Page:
Jett trial day 2: Accused claims boy slipped and fell, experts say explanation is inconsistent with injuries

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PEKIN, Ill. (WMBD) — Day two of the trial for a woman accused of killing her boyfriend’s son is underway.

Lesli Jett, 34, is currently on trial in a Pekin courtroom. In Feb. 2020, Jett told authorities the four-year-old, Tate Thurman, slipped and fell down stairs, which resulted in his death. However, police believe she beat him to death.

Wednesday, one witness, OSF Pediatric Intensivist Dr. Jonathon Gehlbach, told the jury the injuries the boy suffered were inconsistent with the explanation Jett gave.

“Tate’s bruises were scattered throughout the body, couldn’t be explained by one or two direct contacts But seemed like they would have been more consistent with multiple different forceful entrances,” he said.

Gehlbach said Tate’s condition was “as critical as it gets.” He said internal bleeding led to a buildup of lactic acid, which ultimately caused the cardiac arrest resulting in the boy’s death.

Gehlbach said the bruises were scattered throughout the body and could not be explained by one or two direct contacts. They were, however, consistent with multiple forceful strikes.

Tate’s spleen was still intact, according to Dr. Anthony Munaco, pediatric surgeon at OSF Children’s Hospital of Illinois, who testified this is an area frequently hurt when falling down stairs.

At the hospital, Munaco conducted a CT scan and two surgeries on Thurman’s stomach. In court, Dr. Munaco said there were multiple injuries in the intestines, including an eight to ten-inch tear in the mesentery, a place that is difficult to injure.

“Typically, you need a large force to disrupt the tissue, so similar such mechanisms of injury would be a very high speed motor vehicle collision with an improperly worn seatbelt,” he said.

Dr. Munaco estimated the injuries Thurman suffered could not have been caused more than three hours before his surgery, and said the boy lost consciousness no more than 30 minutes after the bleeding started.

He said the “large force trauma” was difficult to tie together for a single impact.

“I do not think they could come from a single blow… I believe it would be from repeated strong force blows the abdomen,” he said.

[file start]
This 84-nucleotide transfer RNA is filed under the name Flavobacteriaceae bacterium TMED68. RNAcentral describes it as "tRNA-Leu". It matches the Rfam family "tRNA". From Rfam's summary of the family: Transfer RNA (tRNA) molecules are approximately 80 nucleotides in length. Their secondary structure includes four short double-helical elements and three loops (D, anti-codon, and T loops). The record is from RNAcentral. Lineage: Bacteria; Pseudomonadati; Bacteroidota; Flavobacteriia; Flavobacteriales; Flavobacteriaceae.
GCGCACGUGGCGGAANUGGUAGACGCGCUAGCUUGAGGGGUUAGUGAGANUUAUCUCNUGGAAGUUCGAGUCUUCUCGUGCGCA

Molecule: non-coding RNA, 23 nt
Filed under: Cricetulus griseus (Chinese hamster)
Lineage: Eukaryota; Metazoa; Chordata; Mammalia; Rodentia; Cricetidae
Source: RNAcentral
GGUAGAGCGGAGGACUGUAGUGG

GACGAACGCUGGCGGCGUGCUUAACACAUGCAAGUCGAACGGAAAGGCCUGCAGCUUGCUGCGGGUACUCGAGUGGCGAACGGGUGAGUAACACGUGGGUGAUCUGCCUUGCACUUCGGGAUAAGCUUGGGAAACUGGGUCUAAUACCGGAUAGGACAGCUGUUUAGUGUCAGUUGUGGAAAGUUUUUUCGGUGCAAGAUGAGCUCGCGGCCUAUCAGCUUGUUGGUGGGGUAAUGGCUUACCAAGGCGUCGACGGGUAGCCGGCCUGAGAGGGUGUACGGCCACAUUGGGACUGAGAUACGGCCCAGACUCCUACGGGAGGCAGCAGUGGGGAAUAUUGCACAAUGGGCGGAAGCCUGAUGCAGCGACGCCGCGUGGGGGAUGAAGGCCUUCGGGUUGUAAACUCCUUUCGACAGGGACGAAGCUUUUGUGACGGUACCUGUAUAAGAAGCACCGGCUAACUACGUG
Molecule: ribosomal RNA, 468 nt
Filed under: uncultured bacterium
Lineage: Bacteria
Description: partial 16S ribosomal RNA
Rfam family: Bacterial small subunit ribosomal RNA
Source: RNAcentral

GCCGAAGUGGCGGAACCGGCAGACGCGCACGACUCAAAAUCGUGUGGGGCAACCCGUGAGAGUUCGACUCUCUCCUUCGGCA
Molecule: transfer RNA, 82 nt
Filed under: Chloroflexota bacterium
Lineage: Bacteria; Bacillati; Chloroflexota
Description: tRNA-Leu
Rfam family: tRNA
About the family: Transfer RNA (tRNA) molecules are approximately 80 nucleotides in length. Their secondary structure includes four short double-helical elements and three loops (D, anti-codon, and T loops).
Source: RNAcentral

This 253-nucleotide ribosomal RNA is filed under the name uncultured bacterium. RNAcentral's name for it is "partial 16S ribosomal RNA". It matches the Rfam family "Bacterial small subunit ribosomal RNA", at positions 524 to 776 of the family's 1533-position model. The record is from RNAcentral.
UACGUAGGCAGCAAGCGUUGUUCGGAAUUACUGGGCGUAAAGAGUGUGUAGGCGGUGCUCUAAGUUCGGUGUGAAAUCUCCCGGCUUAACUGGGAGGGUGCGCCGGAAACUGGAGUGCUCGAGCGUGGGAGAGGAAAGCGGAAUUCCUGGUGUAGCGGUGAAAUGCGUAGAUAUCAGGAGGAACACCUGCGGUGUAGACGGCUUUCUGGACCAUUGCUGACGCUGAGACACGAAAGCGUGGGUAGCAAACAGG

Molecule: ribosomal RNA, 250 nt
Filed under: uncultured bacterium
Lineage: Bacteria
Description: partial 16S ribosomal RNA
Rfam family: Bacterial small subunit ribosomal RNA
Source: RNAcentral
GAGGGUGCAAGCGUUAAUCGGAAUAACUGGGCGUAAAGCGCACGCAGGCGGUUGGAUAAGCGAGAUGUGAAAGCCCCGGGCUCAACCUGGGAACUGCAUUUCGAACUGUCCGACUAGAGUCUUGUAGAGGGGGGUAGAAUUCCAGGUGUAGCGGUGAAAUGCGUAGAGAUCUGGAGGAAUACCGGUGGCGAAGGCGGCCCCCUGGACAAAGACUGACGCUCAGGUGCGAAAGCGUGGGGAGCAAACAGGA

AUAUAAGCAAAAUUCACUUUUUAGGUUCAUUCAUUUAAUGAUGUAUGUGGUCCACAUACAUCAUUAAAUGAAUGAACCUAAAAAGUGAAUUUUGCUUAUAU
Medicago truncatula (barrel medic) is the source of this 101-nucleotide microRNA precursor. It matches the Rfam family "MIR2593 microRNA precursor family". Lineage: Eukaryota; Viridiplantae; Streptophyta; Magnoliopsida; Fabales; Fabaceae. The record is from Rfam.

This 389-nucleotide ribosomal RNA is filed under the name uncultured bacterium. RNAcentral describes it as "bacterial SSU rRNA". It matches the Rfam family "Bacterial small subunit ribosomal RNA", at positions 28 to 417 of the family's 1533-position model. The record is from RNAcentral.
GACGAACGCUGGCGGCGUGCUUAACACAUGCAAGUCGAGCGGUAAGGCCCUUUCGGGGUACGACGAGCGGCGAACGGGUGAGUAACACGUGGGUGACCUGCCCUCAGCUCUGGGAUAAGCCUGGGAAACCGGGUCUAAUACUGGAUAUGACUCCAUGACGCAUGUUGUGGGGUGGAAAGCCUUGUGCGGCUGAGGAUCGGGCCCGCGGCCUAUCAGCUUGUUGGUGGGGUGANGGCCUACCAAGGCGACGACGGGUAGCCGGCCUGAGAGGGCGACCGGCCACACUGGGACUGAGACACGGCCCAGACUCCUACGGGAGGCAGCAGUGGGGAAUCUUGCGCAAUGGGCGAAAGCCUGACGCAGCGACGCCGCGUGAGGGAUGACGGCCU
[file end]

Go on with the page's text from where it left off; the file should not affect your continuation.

Munaco and Gehlbach both spoke to Jett and Tate’s father Jeremy Thurman about the boy’s condition.

Munaco said Thurman seemed distraught and distressed about the “severe prognosis.” Gehlbach said he was crying and very emotional.

Conversely, Munaco said Jett seemed distant and didn’t ask questions, while Gehlbach said she seemed engaged at first, but then her “eyes were closed and she was not awake.”

As previously reported, four witnesses testified during the first day of a trial of an East Peoria woman accused of killing her boyfriend’s young son.

A third and fourth alternate were selected for the jury Tuesday morning. On Monday, a jury consisting of five women and seven men was chosen for the trial, along with two alternates.

After opening statements were delivered, multiple first responders testified about what they saw at 109 Jefferson Court in East Peoria on Feb. 18, 2020.

East Peoria Paramedic Dan Turner said he was dispatched to the home at 9:12 a.m. for a “four-year-old in cardiac arrest,” and arrived within two minutes. He said he found the child lying on his back in the living room, unconscious and not breathing. All he had on was underwear.

Thurman was dry and he did not observe any water on the floor, disputing Jett’s claim that he slipped and fell. His core was warm and extremities were cold and signaled there had “not been a significant amount of downtime”, Turner said.

East Peoria Senior Paramedic Dan Bourscheidt also said the child was not wet, and neither was Jett. He said Jett told him Thurman “runs into things constantly, and something about a concussion.”

The paramedics said they were at the home for less than three minutes before taking the boy to OSF St. Francis Medical Center in Peoria.

Erin Bowers, crime scene investigator for Illinois State Police, said she arrived at the hospital to take photos at 2:28 p.m.

Prosecutors presented the Bowers’ graphic images of injuries all over the child’s body to the jury.

“We take no pleasure in showing you those photographs, but they are important. They are very important to this case for you to understand the extent of injury that Tate suffered,” said Tazewell County Assistant State Attorney Mara Mishler.

The trial continues on Thursday.

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